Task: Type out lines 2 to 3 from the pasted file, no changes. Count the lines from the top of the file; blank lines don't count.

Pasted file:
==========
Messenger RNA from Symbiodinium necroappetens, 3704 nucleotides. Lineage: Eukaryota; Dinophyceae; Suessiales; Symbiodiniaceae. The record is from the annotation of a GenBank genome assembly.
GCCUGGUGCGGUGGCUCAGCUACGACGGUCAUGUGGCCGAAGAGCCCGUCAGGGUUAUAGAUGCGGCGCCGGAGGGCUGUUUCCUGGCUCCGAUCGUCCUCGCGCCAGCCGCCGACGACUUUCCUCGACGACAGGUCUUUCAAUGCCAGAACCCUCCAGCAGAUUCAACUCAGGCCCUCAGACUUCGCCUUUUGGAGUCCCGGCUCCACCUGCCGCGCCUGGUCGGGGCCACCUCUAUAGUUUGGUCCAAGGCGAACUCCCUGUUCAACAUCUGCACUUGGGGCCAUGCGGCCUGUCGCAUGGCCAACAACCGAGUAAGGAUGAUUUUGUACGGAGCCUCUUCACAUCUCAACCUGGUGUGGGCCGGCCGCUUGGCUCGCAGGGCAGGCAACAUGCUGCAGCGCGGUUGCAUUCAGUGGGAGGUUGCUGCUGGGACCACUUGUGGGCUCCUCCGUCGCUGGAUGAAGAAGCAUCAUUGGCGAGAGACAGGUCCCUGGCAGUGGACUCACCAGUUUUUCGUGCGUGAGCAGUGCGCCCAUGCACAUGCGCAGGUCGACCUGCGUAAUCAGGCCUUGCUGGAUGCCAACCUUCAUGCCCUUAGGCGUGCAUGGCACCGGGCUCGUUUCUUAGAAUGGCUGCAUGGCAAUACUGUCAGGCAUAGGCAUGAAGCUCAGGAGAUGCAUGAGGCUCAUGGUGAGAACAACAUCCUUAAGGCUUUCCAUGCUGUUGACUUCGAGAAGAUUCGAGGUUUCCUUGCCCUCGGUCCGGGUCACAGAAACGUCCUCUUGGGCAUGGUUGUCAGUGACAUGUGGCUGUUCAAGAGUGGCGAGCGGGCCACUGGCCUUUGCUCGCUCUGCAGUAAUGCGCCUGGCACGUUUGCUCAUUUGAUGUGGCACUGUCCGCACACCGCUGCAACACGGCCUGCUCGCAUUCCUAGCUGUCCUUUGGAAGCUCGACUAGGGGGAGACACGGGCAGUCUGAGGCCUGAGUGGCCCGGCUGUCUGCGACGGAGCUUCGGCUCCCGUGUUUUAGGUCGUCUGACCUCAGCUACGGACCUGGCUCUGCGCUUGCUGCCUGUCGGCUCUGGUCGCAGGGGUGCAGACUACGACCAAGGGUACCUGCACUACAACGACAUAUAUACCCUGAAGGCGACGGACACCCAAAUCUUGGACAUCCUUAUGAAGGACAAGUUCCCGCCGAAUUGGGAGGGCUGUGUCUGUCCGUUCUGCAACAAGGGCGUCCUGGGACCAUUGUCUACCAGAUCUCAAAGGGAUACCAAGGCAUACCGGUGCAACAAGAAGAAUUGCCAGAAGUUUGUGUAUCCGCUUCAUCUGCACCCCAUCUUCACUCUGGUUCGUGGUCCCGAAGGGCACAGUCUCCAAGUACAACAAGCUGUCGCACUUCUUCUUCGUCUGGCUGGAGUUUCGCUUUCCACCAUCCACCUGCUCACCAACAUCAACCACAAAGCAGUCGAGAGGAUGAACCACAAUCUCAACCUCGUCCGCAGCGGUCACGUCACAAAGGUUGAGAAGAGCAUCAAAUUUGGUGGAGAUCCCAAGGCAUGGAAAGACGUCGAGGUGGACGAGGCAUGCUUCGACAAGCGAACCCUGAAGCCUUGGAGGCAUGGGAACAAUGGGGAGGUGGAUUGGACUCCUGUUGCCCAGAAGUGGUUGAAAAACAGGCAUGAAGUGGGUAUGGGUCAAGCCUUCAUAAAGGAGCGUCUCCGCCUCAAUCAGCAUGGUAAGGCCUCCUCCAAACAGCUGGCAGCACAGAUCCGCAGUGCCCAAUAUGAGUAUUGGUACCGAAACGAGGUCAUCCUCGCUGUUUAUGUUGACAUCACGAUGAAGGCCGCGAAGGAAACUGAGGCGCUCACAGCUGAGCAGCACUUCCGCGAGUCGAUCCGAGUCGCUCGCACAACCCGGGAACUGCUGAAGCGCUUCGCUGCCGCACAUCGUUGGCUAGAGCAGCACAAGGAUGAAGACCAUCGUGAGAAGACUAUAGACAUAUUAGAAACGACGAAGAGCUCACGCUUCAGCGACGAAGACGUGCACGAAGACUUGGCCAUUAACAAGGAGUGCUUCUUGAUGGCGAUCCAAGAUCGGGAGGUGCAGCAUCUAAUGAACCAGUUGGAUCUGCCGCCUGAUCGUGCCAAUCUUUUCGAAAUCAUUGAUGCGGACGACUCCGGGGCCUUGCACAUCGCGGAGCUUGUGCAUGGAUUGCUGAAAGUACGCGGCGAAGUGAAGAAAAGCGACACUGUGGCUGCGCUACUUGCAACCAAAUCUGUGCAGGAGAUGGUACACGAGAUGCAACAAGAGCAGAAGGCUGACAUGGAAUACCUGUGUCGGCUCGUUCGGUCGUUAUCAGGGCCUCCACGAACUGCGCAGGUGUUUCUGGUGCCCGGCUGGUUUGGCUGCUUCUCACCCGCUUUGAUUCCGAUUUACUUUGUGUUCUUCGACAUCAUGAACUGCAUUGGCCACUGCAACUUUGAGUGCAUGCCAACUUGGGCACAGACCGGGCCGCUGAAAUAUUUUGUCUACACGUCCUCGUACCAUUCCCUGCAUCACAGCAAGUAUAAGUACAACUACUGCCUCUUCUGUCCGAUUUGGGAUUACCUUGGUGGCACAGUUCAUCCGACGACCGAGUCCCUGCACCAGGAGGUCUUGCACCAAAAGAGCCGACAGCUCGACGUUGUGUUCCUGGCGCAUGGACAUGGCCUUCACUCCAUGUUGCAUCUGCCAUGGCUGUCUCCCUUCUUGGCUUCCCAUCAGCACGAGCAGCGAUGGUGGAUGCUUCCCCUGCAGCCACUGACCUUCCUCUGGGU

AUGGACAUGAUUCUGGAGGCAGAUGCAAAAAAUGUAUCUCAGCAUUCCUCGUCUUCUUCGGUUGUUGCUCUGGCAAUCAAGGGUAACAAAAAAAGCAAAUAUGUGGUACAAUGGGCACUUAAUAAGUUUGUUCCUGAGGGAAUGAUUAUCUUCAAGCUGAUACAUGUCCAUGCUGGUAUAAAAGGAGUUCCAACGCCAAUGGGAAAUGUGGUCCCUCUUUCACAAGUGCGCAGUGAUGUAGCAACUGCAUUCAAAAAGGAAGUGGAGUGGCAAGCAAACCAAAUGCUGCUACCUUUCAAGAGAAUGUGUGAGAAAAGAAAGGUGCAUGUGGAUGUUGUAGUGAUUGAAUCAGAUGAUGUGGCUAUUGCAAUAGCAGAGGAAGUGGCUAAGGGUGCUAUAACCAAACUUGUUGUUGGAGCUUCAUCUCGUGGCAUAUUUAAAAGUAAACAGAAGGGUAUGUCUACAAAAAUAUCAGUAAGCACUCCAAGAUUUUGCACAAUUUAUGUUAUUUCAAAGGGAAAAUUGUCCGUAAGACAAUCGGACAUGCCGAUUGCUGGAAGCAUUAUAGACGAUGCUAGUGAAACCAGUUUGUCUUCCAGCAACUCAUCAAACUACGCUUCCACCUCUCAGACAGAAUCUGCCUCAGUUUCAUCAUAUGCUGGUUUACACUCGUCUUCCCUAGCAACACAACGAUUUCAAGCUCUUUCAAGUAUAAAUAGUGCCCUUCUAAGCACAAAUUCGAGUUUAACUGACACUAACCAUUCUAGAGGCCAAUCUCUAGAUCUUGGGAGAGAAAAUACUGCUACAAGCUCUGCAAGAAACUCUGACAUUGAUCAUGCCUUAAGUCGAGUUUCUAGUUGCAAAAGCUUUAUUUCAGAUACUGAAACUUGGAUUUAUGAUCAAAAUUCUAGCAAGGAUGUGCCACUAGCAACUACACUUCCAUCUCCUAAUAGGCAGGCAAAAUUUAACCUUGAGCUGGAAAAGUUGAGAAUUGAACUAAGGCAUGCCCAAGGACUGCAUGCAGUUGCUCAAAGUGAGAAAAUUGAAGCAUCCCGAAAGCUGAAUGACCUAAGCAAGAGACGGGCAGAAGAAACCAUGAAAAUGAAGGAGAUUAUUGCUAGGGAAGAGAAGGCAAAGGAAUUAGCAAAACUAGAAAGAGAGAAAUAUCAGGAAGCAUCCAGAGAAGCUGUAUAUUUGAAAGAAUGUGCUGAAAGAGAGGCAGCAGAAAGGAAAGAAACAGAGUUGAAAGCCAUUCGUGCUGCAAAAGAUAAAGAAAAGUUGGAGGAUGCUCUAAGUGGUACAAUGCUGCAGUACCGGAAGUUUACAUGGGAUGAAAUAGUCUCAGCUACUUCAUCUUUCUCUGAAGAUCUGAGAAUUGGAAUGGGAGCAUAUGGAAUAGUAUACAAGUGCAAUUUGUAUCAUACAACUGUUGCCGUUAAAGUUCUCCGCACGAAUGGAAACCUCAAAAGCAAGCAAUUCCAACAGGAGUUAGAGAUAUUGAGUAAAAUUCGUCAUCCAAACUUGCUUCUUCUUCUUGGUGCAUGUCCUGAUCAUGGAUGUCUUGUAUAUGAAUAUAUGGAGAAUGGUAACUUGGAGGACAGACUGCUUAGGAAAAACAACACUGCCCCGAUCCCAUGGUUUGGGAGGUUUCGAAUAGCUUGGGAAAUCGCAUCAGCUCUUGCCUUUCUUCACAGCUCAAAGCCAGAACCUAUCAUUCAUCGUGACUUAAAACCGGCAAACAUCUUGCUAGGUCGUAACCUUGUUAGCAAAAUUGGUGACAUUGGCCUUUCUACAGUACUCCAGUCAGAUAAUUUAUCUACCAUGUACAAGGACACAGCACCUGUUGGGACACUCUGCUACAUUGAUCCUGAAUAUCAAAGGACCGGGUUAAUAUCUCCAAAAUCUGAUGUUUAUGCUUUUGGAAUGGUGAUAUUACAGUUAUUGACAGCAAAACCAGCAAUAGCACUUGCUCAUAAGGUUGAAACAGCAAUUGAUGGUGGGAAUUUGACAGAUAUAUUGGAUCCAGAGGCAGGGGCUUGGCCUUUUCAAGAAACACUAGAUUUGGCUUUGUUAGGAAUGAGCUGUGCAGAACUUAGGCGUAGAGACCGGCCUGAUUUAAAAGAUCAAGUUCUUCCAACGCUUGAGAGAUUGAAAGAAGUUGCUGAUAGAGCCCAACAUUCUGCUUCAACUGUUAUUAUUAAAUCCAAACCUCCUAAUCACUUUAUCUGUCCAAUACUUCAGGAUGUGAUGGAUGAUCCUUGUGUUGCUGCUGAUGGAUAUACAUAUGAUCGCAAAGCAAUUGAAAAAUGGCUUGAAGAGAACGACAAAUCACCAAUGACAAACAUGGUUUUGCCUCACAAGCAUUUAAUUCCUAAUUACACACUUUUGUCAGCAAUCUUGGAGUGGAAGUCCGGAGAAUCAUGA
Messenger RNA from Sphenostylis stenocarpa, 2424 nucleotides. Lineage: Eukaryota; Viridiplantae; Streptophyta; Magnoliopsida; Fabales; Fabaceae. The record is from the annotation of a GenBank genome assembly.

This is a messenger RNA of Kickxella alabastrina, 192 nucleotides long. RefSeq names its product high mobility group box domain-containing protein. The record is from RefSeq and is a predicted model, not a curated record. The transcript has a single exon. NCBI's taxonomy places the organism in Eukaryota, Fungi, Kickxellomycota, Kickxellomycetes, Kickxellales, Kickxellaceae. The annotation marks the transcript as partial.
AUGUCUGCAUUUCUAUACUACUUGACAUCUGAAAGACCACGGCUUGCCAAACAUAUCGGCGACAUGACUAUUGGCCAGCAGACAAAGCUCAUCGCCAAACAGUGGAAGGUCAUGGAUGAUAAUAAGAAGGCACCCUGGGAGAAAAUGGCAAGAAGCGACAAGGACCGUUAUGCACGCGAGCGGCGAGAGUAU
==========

GCCUGGUGCGGUGGCUCAGCUACGACGGUCAUGUGGCCGAAGAGCCCGUCAGGGUUAUAGAUGCGGCGCCGGAGGGCUGUUUCCUGGCUCCGAUCGUCCUCGCGCCAGCCGCCGACGACUUUCCUCGACGACAGGUCUUUCAAUGCCAGAACCCUCCAGCAGAUUCAACUCAGGCCCUCAGACUUCGCCUUUUGGAGUCCCGGCUCCACCUGCCGCGCCUGGUCGGGGCCACCUCUAUAGUUUGGUCCAAGGCGAACUCCCUGUUCAACAUCUGCACUUGGGGCCAUGCGGCCUGUCGCAUGGCCAACAACCGAGUAAGGAUGAUUUUGUACGGAGCCUCUUCACAUCUCAACCUGGUGUGGGCCGGCCGCUUGGCUCGCAGGGCAGGCAACAUGCUGCAGCGCGGUUGCAUUCAGUGGGAGGUUGCUGCUGGGACCACUUGUGGGCUCCUCCGUCGCUGGAUGAAGAAGCAUCAUUGGCGAGAGACAGGUCCCUGGCAGUGGACUCACCAGUUUUUCGUGCGUGAGCAGUGCGCCCAUGCACAUGCGCAGGUCGACCUGCGUAAUCAGGCCUUGCUGGAUGCCAACCUUCAUGCCCUUAGGCGUGCAUGGCACCGGGCUCGUUUCUUAGAAUGGCUGCAUGGCAAUACUGUCAGGCAUAGGCAUGAAGCUCAGGAGAUGCAUGAGGCUCAUGGUGAGAACAACAUCCUUAAGGCUUUCCAUGCUGUUGACUUCGAGAAGAUUCGAGGUUUCCUUGCCCUCGGUCCGGGUCACAGAAACGUCCUCUUGGGCAUGGUUGUCAGUGACAUGUGGCUGUUCAAGAGUGGCGAGCGGGCCACUGGCCUUUGCUCGCUCUGCAGUAAUGCGCCUGGCACGUUUGCUCAUUUGAUGUGGCACUGUCCGCACACCGCUGCAACACGGCCUGCUCGCAUUCCUAGCUGUCCUUUGGAAGCUCGACUAGGGGGAGACACGGGCAGUCUGAGGCCUGAGUGGCCCGGCUGUCUGCGACGGAGCUUCGGCUCCCGUGUUUUAGGUCGUCUGACCUCAGCUACGGACCUGGCUCUGCGCUUGCUGCCUGUCGGCUCUGGUCGCAGGGGUGCAGACUACGACCAAGGGUACCUGCACUACAACGACAUAUAUACCCUGAAGGCGACGGACACCCAAAUCUUGGACAUCCUUAUGAAGGACAAGUUCCCGCCGAAUUGGGAGGGCUGUGUCUGUCCGUUCUGCAACAAGGGCGUCCUGGGACCAUUGUCUACCAGAUCUCAAAGGGAUACCAAGGCAUACCGGUGCAACAAGAAGAAUUGCCAGAAGUUUGUGUAUCCGCUUCAUCUGCACCCCAUCUUCACUCUGGUUCGUGGUCCCGAAGGGCACAGUCUCCAAGUACAACAAGCUGUCGCACUUCUUCUUCGUCUGGCUGGAGUUUCGCUUUCCACCAUCCACCUGCUCACCAACAUCAACCACAAAGCAGUCGAGAGGAUGAACCACAAUCUCAACCUCGUCCGCAGCGGUCACGUCACAAAGGUUGAGAAGAGCAUCAAAUUUGGUGGAGAUCCCAAGGCAUGGAAAGACGUCGAGGUGGACGAGGCAUGCUUCGACAAGCGAACCCUGAAGCCUUGGAGGCAUGGGAACAAUGGGGAGGUGGAUUGGACUCCUGUUGCCCAGAAGUGGUUGAAAAACAGGCAUGAAGUGGGUAUGGGUCAAGCCUUCAUAAAGGAGCGUCUCCGCCUCAAUCAGCAUGGUAAGGCCUCCUCCAAACAGCUGGCAGCACAGAUCCGCAGUGCCCAAUAUGAGUAUUGGUACCGAAACGAGGUCAUCCUCGCUGUUUAUGUUGACAUCACGAUGAAGGCCGCGAAGGAAACUGAGGCGCUCACAGCUGAGCAGCACUUCCGCGAGUCGAUCCGAGUCGCUCGCACAACCCGGGAACUGCUGAAGCGCUUCGCUGCCGCACAUCGUUGGCUAGAGCAGCACAAGGAUGAAGACCAUCGUGAGAAGACUAUAGACAUAUUAGAAACGACGAAGAGCUCACGCUUCAGCGACGAAGACGUGCACGAAGACUUGGCCAUUAACAAGGAGUGCUUCUUGAUGGCGAUCCAAGAUCGGGAGGUGCAGCAUCUAAUGAACCAGUUGGAUCUGCCGCCUGAUCGUGCCAAUCUUUUCGAAAUCAUUGAUGCGGACGACUCCGGGGCCUUGCACAUCGCGGAGCUUGUGCAUGGAUUGCUGAAAGUACGCGGCGAAGUGAAGAAAAGCGACACUGUGGCUGCGCUACUUGCAACCAAAUCUGUGCAGGAGAUGGUACACGAGAUGCAACAAGAGCAGAAGGCUGACAUGGAAUACCUGUGUCGGCUCGUUCGGUCGUUAUCAGGGCCUCCACGAACUGCGCAGGUGUUUCUGGUGCCCGGCUGGUUUGGCUGCUUCUCACCCGCUUUGAUUCCGAUUUACUUUGUGUUCUUCGACAUCAUGAACUGCAUUGGCCACUGCAACUUUGAGUGCAUGCCAACUUGGGCACAGACCGGGCCGCUGAAAUAUUUUGUCUACACGUCCUCGUACCAUUCCCUGCAUCACAGCAAGUAUAAGUACAACUACUGCCUCUUCUGUCCGAUUUGGGAUUACCUUGGUGGCACAGUUCAUCCGACGACCGAGUCCCUGCACCAGGAGGUCUUGCACCAAAAGAGCCGACAGCUCGACGUUGUGUUCCUGGCGCAUGGACAUGGCCUUCACUCCAUGUUGCAUCUGCCAUGGCUGUCUCCCUUCUUGGCUUCCCAUCAGCACGAGCAGCGAUGGUGGAUGCUUCCCCUGCAGCCACUGACCUUCCUCUGGGU

AUGGACAUGAUUCUGGAGGCAGAUGCAAAAAAUGUAUCUCAGCAUUCCUCGUCUUCUUCGGUUGUUGCUCUGGCAAUCAAGGGUAACAAAAAAAGCAAAUAUGUGGUACAAUGGGCACUUAAUAAGUUUGUUCCUGAGGGAAUGAUUAUCUUCAAGCUGAUACAUGUCCAUGCUGGUAUAAAAGGAGUUCCAACGCCAAUGGGAAAUGUGGUCCCUCUUUCACAAGUGCGCAGUGAUGUAGCAACUGCAUUCAAAAAGGAAGUGGAGUGGCAAGCAAACCAAAUGCUGCUACCUUUCAAGAGAAUGUGUGAGAAAAGAAAGGUGCAUGUGGAUGUUGUAGUGAUUGAAUCAGAUGAUGUGGCUAUUGCAAUAGCAGAGGAAGUGGCUAAGGGUGCUAUAACCAAACUUGUUGUUGGAGCUUCAUCUCGUGGCAUAUUUAAAAGUAAACAGAAGGGUAUGUCUACAAAAAUAUCAGUAAGCACUCCAAGAUUUUGCACAAUUUAUGUUAUUUCAAAGGGAAAAUUGUCCGUAAGACAAUCGGACAUGCCGAUUGCUGGAAGCAUUAUAGACGAUGCUAGUGAAACCAGUUUGUCUUCCAGCAACUCAUCAAACUACGCUUCCACCUCUCAGACAGAAUCUGCCUCAGUUUCAUCAUAUGCUGGUUUACACUCGUCUUCCCUAGCAACACAACGAUUUCAAGCUCUUUCAAGUAUAAAUAGUGCCCUUCUAAGCACAAAUUCGAGUUUAACUGACACUAACCAUUCUAGAGGCCAAUCUCUAGAUCUUGGGAGAGAAAAUACUGCUACAAGCUCUGCAAGAAACUCUGACAUUGAUCAUGCCUUAAGUCGAGUUUCUAGUUGCAAAAGCUUUAUUUCAGAUACUGAAACUUGGAUUUAUGAUCAAAAUUCUAGCAAGGAUGUGCCACUAGCAACUACACUUCCAUCUCCUAAUAGGCAGGCAAAAUUUAACCUUGAGCUGGAAAAGUUGAGAAUUGAACUAAGGCAUGCCCAAGGACUGCAUGCAGUUGCUCAAAGUGAGAAAAUUGAAGCAUCCCGAAAGCUGAAUGACCUAAGCAAGAGACGGGCAGAAGAAACCAUGAAAAUGAAGGAGAUUAUUGCUAGGGAAGAGAAGGCAAAGGAAUUAGCAAAACUAGAAAGAGAGAAAUAUCAGGAAGCAUCCAGAGAAGCUGUAUAUUUGAAAGAAUGUGCUGAAAGAGAGGCAGCAGAAAGGAAAGAAACAGAGUUGAAAGCCAUUCGUGCUGCAAAAGAUAAAGAAAAGUUGGAGGAUGCUCUAAGUGGUACAAUGCUGCAGUACCGGAAGUUUACAUGGGAUGAAAUAGUCUCAGCUACUUCAUCUUUCUCUGAAGAUCUGAGAAUUGGAAUGGGAGCAUAUGGAAUAGUAUACAAGUGCAAUUUGUAUCAUACAACUGUUGCCGUUAAAGUUCUCCGCACGAAUGGAAACCUCAAAAGCAAGCAAUUCCAACAGGAGUUAGAGAUAUUGAGUAAAAUUCGUCAUCCAAACUUGCUUCUUCUUCUUGGUGCAUGUCCUGAUCAUGGAUGUCUUGUAUAUGAAUAUAUGGAGAAUGGUAACUUGGAGGACAGACUGCUUAGGAAAAACAACACUGCCCCGAUCCCAUGGUUUGGGAGGUUUCGAAUAGCUUGGGAAAUCGCAUCAGCUCUUGCCUUUCUUCACAGCUCAAAGCCAGAACCUAUCAUUCAUCGUGACUUAAAACCGGCAAACAUCUUGCUAGGUCGUAACCUUGUUAGCAAAAUUGGUGACAUUGGCCUUUCUACAGUACUCCAGUCAGAUAAUUUAUCUACCAUGUACAAGGACACAGCACCUGUUGGGACACUCUGCUACAUUGAUCCUGAAUAUCAAAGGACCGGGUUAAUAUCUCCAAAAUCUGAUGUUUAUGCUUUUGGAAUGGUGAUAUUACAGUUAUUGACAGCAAAACCAGCAAUAGCACUUGCUCAUAAGGUUGAAACAGCAAUUGAUGGUGGGAAUUUGACAGAUAUAUUGGAUCCAGAGGCAGGGGCUUGGCCUUUUCAAGAAACACUAGAUUUGGCUUUGUUAGGAAUGAGCUGUGCAGAACUUAGGCGUAGAGACCGGCCUGAUUUAAAAGAUCAAGUUCUUCCAACGCUUGAGAGAUUGAAAGAAGUUGCUGAUAGAGCCCAACAUUCUGCUUCAACUGUUAUUAUUAAAUCCAAACCUCCUAAUCACUUUAUCUGUCCAAUACUUCAGGAUGUGAUGGAUGAUCCUUGUGUUGCUGCUGAUGGAUAUACAUAUGAUCGCAAAGCAAUUGAAAAAUGGCUUGAAGAGAACGACAAAUCACCAAUGACAAACAUGGUUUUGCCUCACAAGCAUUUAAUUCCUAAUUACACACUUUUGUCAGCAAUCUUGGAGUGGAAGUCCGGAGAAUCAUGA